Confession: the other day, I made a big mistake at work.
Essentially, it involved me sending out an earlier version of an email instead of the final version. “Oh, that’s not so bad,” you might say, but I sent it to more than sixty people. For them to share that information with others in their networks. And I did it all under my supervisor’s name.
Yeah, so, a big mistake.
When I realized what had happened, my stomach somersaulted into my pancreas, or kidneys, or whatever else is in there. My face felt simultaneously like it was on fire and submerged in ice (side note: the human body is amazing).
And my thoughts became a swarming hive of stinging stories: I was hired for my detail orientation, and I failed at being detail oriented. I’ve tarnished the name of our company. I let people down. I have betrayed the trust of people who I care about and eroded their belief in my ability to do good work. They are going to be so disappointed in me.
That’s a rather extreme reaction to sending out a second-best version of an email.
Even my rational mind knew this, so pretty soon came the counter stories. A venomous chaser to the potent shot of harmful self-talk, if you will: Argh, you are always so hard on yourself! Get some perspective! You need to stop focusing on the mistake so you can focus on fixing it. Don’t be so emotionally manipulative – this isn’t a real problem. Stop wallowing, you fragile snowflake! Grow a backbone! Get over it!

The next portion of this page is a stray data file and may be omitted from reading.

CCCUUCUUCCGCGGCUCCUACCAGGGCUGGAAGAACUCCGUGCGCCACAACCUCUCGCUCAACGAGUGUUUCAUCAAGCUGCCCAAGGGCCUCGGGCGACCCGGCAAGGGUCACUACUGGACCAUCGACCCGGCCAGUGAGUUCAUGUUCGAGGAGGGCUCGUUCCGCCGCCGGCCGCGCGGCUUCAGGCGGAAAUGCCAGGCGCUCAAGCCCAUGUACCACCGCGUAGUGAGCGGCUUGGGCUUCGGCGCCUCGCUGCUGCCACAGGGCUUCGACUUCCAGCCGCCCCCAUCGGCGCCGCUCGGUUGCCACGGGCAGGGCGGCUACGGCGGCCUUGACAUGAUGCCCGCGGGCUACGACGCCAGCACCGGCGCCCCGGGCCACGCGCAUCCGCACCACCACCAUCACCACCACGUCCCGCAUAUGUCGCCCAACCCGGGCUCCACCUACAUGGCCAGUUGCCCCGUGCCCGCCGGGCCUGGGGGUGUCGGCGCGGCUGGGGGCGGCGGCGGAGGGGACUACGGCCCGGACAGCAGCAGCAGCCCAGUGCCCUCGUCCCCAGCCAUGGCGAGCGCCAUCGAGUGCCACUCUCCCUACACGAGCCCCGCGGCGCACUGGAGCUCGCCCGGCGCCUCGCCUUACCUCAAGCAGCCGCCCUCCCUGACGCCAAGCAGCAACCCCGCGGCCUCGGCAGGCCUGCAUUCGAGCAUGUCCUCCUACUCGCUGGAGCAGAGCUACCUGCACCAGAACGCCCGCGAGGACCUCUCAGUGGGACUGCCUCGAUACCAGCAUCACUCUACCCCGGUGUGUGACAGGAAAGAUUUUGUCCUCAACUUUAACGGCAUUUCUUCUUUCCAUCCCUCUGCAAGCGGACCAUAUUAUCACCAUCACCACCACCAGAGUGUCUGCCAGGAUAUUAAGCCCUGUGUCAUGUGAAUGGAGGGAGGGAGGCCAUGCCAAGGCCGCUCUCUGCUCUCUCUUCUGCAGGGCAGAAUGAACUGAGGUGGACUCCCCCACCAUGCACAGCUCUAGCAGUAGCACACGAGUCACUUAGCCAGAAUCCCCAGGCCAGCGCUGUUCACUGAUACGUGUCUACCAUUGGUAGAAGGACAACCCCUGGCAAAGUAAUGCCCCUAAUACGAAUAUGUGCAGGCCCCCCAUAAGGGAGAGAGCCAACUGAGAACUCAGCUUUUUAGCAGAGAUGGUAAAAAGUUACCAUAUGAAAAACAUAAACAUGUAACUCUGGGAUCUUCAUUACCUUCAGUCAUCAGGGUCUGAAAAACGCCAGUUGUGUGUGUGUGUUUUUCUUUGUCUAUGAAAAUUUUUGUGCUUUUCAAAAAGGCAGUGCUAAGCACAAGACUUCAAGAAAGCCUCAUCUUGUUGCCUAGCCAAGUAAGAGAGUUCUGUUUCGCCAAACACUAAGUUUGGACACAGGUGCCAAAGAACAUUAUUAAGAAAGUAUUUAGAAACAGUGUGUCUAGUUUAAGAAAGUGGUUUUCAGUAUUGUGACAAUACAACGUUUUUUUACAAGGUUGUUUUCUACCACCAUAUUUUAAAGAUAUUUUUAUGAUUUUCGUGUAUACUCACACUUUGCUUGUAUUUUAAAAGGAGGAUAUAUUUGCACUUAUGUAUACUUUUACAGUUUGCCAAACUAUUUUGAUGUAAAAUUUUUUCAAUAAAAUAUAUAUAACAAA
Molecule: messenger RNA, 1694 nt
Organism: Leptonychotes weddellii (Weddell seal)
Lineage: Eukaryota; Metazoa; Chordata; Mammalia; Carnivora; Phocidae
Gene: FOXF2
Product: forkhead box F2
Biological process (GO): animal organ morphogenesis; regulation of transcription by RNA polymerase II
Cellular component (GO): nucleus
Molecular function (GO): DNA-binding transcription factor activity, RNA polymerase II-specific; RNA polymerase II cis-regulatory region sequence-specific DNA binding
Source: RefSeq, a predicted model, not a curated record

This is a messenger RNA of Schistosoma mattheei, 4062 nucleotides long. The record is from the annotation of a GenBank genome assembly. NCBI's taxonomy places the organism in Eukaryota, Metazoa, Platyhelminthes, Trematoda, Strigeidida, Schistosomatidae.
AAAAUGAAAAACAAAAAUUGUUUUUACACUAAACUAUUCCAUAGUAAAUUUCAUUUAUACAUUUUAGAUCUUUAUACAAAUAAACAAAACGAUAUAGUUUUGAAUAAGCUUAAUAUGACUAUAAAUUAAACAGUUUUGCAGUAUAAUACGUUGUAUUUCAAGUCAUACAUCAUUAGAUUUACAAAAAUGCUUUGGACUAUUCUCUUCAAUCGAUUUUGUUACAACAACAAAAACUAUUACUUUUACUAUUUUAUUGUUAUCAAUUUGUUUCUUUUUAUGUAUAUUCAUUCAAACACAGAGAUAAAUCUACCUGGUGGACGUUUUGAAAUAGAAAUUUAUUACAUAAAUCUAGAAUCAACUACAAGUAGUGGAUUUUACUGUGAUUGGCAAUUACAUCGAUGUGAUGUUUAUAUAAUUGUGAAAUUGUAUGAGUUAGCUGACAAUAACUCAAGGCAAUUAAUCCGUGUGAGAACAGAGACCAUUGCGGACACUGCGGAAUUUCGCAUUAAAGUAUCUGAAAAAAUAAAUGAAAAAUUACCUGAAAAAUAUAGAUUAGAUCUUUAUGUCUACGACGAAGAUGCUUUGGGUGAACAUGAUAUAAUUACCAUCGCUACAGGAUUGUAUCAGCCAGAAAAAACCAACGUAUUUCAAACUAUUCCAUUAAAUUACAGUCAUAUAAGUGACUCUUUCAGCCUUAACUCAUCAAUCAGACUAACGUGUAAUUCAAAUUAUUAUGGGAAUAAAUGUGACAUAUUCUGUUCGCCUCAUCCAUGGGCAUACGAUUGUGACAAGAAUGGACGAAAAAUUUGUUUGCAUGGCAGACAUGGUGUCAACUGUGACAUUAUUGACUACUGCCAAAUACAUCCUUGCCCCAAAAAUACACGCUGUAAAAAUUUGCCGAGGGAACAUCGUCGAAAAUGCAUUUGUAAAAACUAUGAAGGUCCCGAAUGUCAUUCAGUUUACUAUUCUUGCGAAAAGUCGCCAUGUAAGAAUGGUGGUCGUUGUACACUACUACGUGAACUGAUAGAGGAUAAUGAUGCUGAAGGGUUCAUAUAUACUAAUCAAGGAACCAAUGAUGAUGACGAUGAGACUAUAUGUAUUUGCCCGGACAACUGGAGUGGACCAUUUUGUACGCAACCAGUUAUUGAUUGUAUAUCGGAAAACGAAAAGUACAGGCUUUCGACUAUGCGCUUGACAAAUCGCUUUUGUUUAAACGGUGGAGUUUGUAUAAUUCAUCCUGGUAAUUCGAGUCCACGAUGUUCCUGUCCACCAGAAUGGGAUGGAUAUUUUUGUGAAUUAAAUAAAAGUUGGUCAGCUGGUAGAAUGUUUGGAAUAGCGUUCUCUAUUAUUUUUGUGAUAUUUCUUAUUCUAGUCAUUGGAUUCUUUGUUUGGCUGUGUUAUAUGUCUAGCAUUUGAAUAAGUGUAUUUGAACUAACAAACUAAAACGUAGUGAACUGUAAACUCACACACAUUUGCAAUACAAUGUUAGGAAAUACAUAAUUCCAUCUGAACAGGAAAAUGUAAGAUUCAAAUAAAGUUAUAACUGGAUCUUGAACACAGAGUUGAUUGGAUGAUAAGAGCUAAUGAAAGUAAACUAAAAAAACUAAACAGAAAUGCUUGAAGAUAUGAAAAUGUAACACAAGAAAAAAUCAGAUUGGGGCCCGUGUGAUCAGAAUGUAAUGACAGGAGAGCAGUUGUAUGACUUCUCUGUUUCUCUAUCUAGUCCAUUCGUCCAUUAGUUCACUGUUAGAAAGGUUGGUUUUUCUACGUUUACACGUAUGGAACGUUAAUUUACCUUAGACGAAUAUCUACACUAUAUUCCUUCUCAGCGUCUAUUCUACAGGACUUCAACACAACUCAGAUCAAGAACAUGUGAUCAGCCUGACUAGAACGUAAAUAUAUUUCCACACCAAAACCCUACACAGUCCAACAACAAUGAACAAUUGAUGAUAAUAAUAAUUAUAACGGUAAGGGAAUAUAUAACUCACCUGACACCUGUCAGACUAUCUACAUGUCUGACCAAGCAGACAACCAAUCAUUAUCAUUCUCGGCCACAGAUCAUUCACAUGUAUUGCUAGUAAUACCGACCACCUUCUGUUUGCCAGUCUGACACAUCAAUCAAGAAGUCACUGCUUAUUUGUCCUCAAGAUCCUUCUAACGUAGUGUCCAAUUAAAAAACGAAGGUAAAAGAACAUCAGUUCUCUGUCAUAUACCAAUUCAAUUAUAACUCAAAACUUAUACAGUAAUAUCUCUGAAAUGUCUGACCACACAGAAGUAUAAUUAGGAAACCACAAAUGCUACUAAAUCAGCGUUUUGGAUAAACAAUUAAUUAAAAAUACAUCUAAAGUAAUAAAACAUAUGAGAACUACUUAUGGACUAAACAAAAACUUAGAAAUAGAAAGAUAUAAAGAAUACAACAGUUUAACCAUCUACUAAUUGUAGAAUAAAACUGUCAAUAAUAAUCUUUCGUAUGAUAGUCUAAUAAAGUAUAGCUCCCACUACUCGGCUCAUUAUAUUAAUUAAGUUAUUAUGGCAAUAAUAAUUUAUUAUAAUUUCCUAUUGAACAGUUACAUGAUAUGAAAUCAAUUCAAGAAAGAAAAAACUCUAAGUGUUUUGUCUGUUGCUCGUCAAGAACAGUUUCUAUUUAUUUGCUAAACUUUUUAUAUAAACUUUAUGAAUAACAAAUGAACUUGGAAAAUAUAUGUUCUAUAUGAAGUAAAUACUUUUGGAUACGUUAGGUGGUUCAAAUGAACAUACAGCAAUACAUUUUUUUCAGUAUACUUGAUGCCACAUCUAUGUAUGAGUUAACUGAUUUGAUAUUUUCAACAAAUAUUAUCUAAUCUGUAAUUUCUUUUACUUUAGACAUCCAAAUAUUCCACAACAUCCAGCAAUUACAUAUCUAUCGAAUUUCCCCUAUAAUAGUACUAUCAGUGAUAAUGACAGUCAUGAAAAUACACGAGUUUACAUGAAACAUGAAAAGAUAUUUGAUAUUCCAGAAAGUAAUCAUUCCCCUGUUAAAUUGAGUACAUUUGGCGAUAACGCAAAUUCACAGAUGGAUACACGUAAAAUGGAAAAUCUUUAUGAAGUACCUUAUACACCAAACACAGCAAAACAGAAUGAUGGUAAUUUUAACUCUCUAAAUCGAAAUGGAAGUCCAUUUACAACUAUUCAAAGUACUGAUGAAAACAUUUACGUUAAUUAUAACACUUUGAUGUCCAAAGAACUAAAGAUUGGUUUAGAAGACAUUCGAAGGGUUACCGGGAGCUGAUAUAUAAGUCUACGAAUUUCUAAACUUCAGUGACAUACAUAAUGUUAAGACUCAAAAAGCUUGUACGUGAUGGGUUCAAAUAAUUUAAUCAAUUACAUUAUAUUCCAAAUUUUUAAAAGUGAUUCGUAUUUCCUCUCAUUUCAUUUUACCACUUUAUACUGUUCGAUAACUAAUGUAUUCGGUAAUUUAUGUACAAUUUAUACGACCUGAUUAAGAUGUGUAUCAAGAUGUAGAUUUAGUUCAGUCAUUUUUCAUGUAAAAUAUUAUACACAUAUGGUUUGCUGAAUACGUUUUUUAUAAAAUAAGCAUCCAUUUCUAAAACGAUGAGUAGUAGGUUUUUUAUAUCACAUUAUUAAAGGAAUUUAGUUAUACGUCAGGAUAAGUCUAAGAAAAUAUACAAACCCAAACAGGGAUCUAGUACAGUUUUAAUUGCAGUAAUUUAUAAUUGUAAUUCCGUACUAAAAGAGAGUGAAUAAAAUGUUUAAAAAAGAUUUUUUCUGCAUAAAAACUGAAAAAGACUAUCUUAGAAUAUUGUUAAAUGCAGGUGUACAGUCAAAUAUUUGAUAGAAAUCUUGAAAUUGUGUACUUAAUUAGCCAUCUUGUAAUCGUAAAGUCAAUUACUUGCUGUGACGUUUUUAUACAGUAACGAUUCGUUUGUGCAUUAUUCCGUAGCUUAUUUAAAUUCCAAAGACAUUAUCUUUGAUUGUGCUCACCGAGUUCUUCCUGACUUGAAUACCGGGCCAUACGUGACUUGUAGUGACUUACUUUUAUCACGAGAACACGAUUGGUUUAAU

I felt myself spiraling, and immediate Googled (I am not joking): “building emotional resilience around mistakes.” I picked a random article about mistakes people have made and ways they’ve tried to be more okay with themselves after making them. Hey, look at all these times other people panicked! And they all still have jobs and friends!
Pretty soon I found my breathing slowing down, the humming in my head quieting, and my stomach returning to wherever the stomach part is supposed to be.
I have many skills and talents, and yet, mistake-resilience has never been a strength of mine. Some of this is due to some deep conditioning around measures of success and how they correlate to my own value, belonging, and safety. Some of this is due to internalized sexism and inherited class stories. Some of this is due to a predisposition to be highly sensitive and overly fretful. Heck, some of this is probably because I hadn’t yet eaten lunch.
Whatever the cause(s), what is absolutely certain is this:
Because if this is the cycle that has repeated itself every. Single. Time, studies show it’s hiiiiiighly unlikely I’ll react completely differently next time. In fact, expecting or yearning for some alternate self that beautimoniously bounces back from mistakes and gloriously skips from step one to step three is setting me up to be even more disappointed in myself when I’m inevitably not bouncing back or feeling all that beautimonious.
That’s not to say I can’t change, that I’m not growing and leaning, or that I’m not reconditioning my inner child, etcetera etcetera and so forth.
The point is that, while over time I may have been able to shorten or lessen the impact of the second step, I have yet to skip over it.
The real practice, I’ve come to realize, is just to notice that I’m panicking. Only when I notice that I am panicking can I fall back into the faith that, just as surely as panicking happens, so does calm, perspective, and self-forgiveness.
P.S. Feeling a little light-headed yourself? Check out Vega’s post about the power of counterfactual thinking!